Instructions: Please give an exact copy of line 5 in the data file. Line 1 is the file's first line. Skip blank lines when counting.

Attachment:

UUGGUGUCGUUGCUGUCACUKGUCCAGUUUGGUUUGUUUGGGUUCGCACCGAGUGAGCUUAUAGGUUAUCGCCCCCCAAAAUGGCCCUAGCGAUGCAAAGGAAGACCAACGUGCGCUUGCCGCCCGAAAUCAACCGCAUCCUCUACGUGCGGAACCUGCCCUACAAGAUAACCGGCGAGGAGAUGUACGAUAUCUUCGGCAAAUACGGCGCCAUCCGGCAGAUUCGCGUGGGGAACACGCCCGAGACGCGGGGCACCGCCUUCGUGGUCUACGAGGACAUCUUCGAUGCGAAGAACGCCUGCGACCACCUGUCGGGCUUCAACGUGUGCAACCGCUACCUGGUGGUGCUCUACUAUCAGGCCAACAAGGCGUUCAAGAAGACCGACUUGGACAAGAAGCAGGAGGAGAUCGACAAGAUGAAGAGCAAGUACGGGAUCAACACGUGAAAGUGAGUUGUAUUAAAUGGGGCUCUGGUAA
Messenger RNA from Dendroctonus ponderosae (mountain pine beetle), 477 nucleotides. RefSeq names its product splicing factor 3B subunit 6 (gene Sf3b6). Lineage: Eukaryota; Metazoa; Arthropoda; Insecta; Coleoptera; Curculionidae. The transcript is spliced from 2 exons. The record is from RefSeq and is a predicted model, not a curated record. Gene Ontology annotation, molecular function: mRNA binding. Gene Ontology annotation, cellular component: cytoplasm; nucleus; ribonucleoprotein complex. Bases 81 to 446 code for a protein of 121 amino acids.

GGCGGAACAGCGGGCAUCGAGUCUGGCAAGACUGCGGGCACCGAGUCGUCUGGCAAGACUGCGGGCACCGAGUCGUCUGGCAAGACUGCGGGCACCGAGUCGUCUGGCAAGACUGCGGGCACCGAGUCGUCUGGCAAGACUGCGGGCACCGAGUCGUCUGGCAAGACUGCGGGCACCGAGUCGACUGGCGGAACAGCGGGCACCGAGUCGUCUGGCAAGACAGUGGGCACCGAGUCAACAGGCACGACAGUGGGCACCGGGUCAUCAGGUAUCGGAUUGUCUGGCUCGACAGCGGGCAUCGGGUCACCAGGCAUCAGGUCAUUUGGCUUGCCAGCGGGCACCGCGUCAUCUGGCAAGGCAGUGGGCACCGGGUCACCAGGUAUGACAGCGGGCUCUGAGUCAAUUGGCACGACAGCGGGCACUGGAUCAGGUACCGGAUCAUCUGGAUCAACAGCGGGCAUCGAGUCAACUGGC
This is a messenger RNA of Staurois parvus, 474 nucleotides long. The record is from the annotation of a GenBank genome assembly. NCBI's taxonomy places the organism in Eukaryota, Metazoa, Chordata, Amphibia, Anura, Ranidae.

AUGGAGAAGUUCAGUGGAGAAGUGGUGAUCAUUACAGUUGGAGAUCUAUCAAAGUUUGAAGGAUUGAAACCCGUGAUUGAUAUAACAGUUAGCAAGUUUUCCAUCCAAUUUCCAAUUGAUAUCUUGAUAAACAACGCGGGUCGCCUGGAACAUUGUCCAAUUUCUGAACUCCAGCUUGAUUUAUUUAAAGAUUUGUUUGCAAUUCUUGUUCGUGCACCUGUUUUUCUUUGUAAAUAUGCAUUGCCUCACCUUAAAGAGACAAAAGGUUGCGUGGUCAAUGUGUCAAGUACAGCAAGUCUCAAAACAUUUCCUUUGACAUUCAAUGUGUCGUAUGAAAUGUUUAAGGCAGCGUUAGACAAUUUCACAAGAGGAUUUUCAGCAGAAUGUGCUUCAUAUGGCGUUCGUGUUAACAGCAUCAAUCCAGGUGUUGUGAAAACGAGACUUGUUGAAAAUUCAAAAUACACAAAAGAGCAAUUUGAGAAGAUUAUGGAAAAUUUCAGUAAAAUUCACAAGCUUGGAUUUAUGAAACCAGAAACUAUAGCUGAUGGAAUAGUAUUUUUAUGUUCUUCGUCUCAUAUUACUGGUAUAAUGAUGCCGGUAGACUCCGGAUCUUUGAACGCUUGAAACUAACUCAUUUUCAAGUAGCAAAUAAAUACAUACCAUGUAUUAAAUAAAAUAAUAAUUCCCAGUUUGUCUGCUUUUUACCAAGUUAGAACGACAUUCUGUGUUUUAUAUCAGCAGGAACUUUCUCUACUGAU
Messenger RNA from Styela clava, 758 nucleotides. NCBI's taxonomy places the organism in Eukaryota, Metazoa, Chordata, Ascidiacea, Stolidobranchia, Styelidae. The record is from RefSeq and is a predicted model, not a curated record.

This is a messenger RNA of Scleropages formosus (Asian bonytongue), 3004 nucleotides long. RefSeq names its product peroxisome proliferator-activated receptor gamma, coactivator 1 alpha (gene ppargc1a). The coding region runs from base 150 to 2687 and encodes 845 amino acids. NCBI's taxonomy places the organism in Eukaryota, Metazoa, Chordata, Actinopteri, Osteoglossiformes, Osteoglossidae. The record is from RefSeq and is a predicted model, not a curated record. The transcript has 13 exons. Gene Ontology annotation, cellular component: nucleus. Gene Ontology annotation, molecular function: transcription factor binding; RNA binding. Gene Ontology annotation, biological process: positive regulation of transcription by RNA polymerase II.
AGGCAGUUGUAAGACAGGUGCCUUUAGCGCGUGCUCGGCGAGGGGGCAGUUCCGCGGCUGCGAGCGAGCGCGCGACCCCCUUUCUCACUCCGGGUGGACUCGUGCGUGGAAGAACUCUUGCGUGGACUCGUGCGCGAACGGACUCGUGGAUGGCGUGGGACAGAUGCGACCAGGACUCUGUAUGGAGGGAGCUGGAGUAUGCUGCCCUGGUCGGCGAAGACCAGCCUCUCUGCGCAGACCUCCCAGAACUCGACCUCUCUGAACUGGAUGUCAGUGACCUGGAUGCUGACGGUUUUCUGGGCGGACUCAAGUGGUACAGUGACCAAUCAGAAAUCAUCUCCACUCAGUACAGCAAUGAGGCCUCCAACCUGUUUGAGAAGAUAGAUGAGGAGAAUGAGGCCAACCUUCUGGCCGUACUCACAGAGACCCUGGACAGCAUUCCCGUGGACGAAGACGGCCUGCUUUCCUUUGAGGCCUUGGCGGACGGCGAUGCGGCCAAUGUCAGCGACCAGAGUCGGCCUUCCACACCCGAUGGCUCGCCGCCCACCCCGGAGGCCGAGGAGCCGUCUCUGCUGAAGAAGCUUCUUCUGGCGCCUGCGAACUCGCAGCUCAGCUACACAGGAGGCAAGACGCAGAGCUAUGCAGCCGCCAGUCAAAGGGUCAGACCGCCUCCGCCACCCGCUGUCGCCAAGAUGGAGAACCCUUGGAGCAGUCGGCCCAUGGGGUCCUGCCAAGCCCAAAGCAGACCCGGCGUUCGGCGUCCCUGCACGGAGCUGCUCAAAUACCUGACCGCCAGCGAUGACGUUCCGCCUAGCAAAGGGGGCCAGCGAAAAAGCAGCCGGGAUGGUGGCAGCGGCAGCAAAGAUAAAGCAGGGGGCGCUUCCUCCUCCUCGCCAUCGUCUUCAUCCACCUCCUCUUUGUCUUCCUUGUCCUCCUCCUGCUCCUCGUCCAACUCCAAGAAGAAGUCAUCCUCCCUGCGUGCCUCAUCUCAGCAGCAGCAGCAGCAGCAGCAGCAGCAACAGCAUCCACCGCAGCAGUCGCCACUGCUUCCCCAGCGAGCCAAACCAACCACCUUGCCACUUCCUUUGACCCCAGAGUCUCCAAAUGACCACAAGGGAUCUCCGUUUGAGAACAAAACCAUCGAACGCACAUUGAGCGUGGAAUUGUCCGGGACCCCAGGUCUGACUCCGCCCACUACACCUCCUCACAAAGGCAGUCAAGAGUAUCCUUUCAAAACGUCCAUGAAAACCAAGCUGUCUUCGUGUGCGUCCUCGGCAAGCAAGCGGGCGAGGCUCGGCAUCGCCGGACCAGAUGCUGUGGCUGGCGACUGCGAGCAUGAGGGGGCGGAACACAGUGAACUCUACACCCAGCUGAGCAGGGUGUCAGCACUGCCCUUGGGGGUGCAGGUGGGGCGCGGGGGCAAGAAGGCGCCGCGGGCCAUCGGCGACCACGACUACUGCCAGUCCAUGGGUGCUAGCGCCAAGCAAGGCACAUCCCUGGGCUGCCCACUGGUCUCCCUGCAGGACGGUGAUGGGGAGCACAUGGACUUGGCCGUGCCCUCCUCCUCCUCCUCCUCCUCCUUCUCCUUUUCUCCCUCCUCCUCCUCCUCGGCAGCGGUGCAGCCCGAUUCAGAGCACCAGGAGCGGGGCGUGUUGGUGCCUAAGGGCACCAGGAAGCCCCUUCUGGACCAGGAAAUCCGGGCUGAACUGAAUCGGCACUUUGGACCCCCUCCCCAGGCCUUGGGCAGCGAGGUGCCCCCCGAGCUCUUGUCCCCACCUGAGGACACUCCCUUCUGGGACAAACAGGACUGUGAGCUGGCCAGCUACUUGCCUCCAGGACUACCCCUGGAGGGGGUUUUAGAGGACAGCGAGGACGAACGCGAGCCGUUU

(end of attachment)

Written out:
AUGGAGAAGUUCAGUGGAGAAGUGGUGAUCAUUACAGUUGGAGAUCUAUCAAAGUUUGAAGGAUUGAAACCCGUGAUUGAUAUAACAGUUAGCAAGUUUUCCAUCCAAUUUCCAAUUGAUAUCUUGAUAAACAACGCGGGUCGCCUGGAACAUUGUCCAAUUUCUGAACUCCAGCUUGAUUUAUUUAAAGAUUUGUUUGCAAUUCUUGUUCGUGCACCUGUUUUUCUUUGUAAAUAUGCAUUGCCUCACCUUAAAGAGACAAAAGGUUGCGUGGUCAAUGUGUCAAGUACAGCAAGUCUCAAAACAUUUCCUUUGACAUUCAAUGUGUCGUAUGAAAUGUUUAAGGCAGCGUUAGACAAUUUCACAAGAGGAUUUUCAGCAGAAUGUGCUUCAUAUGGCGUUCGUGUUAACAGCAUCAAUCCAGGUGUUGUGAAAACGAGACUUGUUGAAAAUUCAAAAUACACAAAAGAGCAAUUUGAGAAGAUUAUGGAAAAUUUCAGUAAAAUUCACAAGCUUGGAUUUAUGAAACCAGAAACUAUAGCUGAUGGAAUAGUAUUUUUAUGUUCUUCGUCUCAUAUUACUGGUAUAAUGAUGCCGGUAGACUCCGGAUCUUUGAACGCUUGAAACUAACUCAUUUUCAAGUAGCAAAUAAAUACAUACCAUGUAUUAAAUAAAAUAAUAAUUCCCAGUUUGUCUGCUUUUUACCAAGUUAGAACGACAUUCUGUGUUUUAUAUCAGCAGGAACUUUCUCUACUGAU